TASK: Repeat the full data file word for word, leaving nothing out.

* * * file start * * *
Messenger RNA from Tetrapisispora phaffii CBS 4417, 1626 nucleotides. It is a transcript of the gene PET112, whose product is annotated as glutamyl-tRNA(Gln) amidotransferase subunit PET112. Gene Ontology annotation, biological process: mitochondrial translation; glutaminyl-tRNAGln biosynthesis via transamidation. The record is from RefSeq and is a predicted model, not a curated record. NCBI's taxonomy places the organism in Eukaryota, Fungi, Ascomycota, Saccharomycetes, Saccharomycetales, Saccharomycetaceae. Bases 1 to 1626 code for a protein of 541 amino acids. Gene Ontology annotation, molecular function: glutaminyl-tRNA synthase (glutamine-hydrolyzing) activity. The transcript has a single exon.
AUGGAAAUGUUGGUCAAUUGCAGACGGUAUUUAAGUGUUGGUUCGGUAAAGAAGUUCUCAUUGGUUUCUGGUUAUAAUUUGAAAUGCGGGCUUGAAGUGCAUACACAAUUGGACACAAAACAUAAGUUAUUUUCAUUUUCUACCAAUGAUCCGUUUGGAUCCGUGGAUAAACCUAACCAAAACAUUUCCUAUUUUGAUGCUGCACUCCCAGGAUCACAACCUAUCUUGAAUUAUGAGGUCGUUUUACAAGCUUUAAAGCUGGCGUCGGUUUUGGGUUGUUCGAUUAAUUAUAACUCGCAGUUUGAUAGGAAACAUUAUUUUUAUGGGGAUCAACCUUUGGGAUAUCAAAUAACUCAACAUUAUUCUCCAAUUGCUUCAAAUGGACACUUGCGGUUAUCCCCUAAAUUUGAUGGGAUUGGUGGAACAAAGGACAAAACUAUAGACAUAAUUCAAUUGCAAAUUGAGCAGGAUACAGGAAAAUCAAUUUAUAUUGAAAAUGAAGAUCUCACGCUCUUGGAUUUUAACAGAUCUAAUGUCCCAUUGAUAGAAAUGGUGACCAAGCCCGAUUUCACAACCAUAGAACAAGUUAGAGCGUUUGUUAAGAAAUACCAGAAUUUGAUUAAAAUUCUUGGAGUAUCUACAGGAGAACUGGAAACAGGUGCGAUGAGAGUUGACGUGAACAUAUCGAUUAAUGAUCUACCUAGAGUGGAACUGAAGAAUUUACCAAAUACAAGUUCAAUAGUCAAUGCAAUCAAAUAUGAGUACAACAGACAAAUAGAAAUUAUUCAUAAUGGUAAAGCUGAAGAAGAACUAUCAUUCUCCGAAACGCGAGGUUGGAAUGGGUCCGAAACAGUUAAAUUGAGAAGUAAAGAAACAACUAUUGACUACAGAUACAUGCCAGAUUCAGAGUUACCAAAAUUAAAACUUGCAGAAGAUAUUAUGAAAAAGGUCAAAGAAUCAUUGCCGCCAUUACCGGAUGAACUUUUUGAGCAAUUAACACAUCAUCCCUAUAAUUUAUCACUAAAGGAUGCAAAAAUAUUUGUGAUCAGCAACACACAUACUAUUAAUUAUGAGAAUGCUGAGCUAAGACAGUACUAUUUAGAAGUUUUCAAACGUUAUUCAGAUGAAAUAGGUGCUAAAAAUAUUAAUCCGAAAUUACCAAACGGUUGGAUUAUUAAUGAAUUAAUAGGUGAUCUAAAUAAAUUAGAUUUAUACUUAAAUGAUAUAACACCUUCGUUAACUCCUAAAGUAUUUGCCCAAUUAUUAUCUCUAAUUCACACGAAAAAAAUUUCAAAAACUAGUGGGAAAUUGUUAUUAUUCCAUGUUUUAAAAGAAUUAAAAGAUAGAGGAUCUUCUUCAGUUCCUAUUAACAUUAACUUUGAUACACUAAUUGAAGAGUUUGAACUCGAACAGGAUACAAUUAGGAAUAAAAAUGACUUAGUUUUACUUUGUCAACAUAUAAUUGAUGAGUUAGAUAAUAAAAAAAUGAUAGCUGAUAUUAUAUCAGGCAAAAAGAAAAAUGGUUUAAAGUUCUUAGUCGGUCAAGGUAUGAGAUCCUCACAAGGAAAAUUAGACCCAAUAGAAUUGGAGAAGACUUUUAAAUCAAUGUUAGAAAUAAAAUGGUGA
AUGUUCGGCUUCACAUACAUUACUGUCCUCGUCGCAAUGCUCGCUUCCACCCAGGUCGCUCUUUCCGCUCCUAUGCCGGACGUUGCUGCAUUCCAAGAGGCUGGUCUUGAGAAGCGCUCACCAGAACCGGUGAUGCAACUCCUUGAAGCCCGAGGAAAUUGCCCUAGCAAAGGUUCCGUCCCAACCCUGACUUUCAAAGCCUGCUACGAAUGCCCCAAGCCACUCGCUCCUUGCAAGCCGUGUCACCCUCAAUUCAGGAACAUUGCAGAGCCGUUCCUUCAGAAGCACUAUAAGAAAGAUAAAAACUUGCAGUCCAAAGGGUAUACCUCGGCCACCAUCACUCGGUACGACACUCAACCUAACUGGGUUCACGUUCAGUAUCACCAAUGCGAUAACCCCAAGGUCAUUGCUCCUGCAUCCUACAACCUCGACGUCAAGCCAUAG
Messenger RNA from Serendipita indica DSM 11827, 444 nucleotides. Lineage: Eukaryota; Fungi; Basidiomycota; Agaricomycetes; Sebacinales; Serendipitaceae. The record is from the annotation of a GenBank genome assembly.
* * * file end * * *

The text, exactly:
Messenger RNA from Tetrapisispora phaffii CBS 4417, 1626 nucleotides. It is a transcript of the gene PET112, whose product is annotated as glutamyl-tRNA(Gln) amidotransferase subunit PET112. Gene Ontology annotation, biological process: mitochondrial translation; glutaminyl-tRNAGln biosynthesis via transamidation. The record is from RefSeq and is a predicted model, not a curated record. NCBI's taxonomy places the organism in Eukaryota, Fungi, Ascomycota, Saccharomycetes, Saccharomycetales, Saccharomycetaceae. Bases 1 to 1626 code for a protein of 541 amino acids. Gene Ontology annotation, molecular function: glutaminyl-tRNA synthase (glutamine-hydrolyzing) activity. The transcript has a single exon.
AUGGAAAUGUUGGUCAAUUGCAGACGGUAUUUAAGUGUUGGUUCGGUAAAGAAGUUCUCAUUGGUUUCUGGUUAUAAUUUGAAAUGCGGGCUUGAAGUGCAUACACAAUUGGACACAAAACAUAAGUUAUUUUCAUUUUCUACCAAUGAUCCGUUUGGAUCCGUGGAUAAACCUAACCAAAACAUUUCCUAUUUUGAUGCUGCACUCCCAGGAUCACAACCUAUCUUGAAUUAUGAGGUCGUUUUACAAGCUUUAAAGCUGGCGUCGGUUUUGGGUUGUUCGAUUAAUUAUAACUCGCAGUUUGAUAGGAAACAUUAUUUUUAUGGGGAUCAACCUUUGGGAUAUCAAAUAACUCAACAUUAUUCUCCAAUUGCUUCAAAUGGACACUUGCGGUUAUCCCCUAAAUUUGAUGGGAUUGGUGGAACAAAGGACAAAACUAUAGACAUAAUUCAAUUGCAAAUUGAGCAGGAUACAGGAAAAUCAAUUUAUAUUGAAAAUGAAGAUCUCACGCUCUUGGAUUUUAACAGAUCUAAUGUCCCAUUGAUAGAAAUGGUGACCAAGCCCGAUUUCACAACCAUAGAACAAGUUAGAGCGUUUGUUAAGAAAUACCAGAAUUUGAUUAAAAUUCUUGGAGUAUCUACAGGAGAACUGGAAACAGGUGCGAUGAGAGUUGACGUGAACAUAUCGAUUAAUGAUCUACCUAGAGUGGAACUGAAGAAUUUACCAAAUACAAGUUCAAUAGUCAAUGCAAUCAAAUAUGAGUACAACAGACAAAUAGAAAUUAUUCAUAAUGGUAAAGCUGAAGAAGAACUAUCAUUCUCCGAAACGCGAGGUUGGAAUGGGUCCGAAACAGUUAAAUUGAGAAGUAAAGAAACAACUAUUGACUACAGAUACAUGCCAGAUUCAGAGUUACCAAAAUUAAAACUUGCAGAAGAUAUUAUGAAAAAGGUCAAAGAAUCAUUGCCGCCAUUACCGGAUGAACUUUUUGAGCAAUUAACACAUCAUCCCUAUAAUUUAUCACUAAAGGAUGCAAAAAUAUUUGUGAUCAGCAACACACAUACUAUUAAUUAUGAGAAUGCUGAGCUAAGACAGUACUAUUUAGAAGUUUUCAAACGUUAUUCAGAUGAAAUAGGUGCUAAAAAUAUUAAUCCGAAAUUACCAAACGGUUGGAUUAUUAAUGAAUUAAUAGGUGAUCUAAAUAAAUUAGAUUUAUACUUAAAUGAUAUAACACCUUCGUUAACUCCUAAAGUAUUUGCCCAAUUAUUAUCUCUAAUUCACACGAAAAAAAUUUCAAAAACUAGUGGGAAAUUGUUAUUAUUCCAUGUUUUAAAAGAAUUAAAAGAUAGAGGAUCUUCUUCAGUUCCUAUUAACAUUAACUUUGAUACACUAAUUGAAGAGUUUGAACUCGAACAGGAUACAAUUAGGAAUAAAAAUGACUUAGUUUUACUUUGUCAACAUAUAAUUGAUGAGUUAGAUAAUAAAAAAAUGAUAGCUGAUAUUAUAUCAGGCAAAAAGAAAAAUGGUUUAAAGUUCUUAGUCGGUCAAGGUAUGAGAUCCUCACAAGGAAAAUUAGACCCAAUAGAAUUGGAGAAGACUUUUAAAUCAAUGUUAGAAAUAAAAUGGUGA
AUGUUCGGCUUCACAUACAUUACUGUCCUCGUCGCAAUGCUCGCUUCCACCCAGGUCGCUCUUUCCGCUCCUAUGCCGGACGUUGCUGCAUUCCAAGAGGCUGGUCUUGAGAAGCGCUCACCAGAACCGGUGAUGCAACUCCUUGAAGCCCGAGGAAAUUGCCCUAGCAAAGGUUCCGUCCCAACCCUGACUUUCAAAGCCUGCUACGAAUGCCCCAAGCCACUCGCUCCUUGCAAGCCGUGUCACCCUCAAUUCAGGAACAUUGCAGAGCCGUUCCUUCAGAAGCACUAUAAGAAAGAUAAAAACUUGCAGUCCAAAGGGUAUACCUCGGCCACCAUCACUCGGUACGACACUCAACCUAACUGGGUUCACGUUCAGUAUCACCAAUGCGAUAACCCCAAGGUCAUUGCUCCUGCAUCCUACAACCUCGACGUCAAGCCAUAG
Messenger RNA from Serendipita indica DSM 11827, 444 nucleotides. Lineage: Eukaryota; Fungi; Basidiomycota; Agaricomycetes; Sebacinales; Serendipitaceae. The record is from the annotation of a GenBank genome assembly.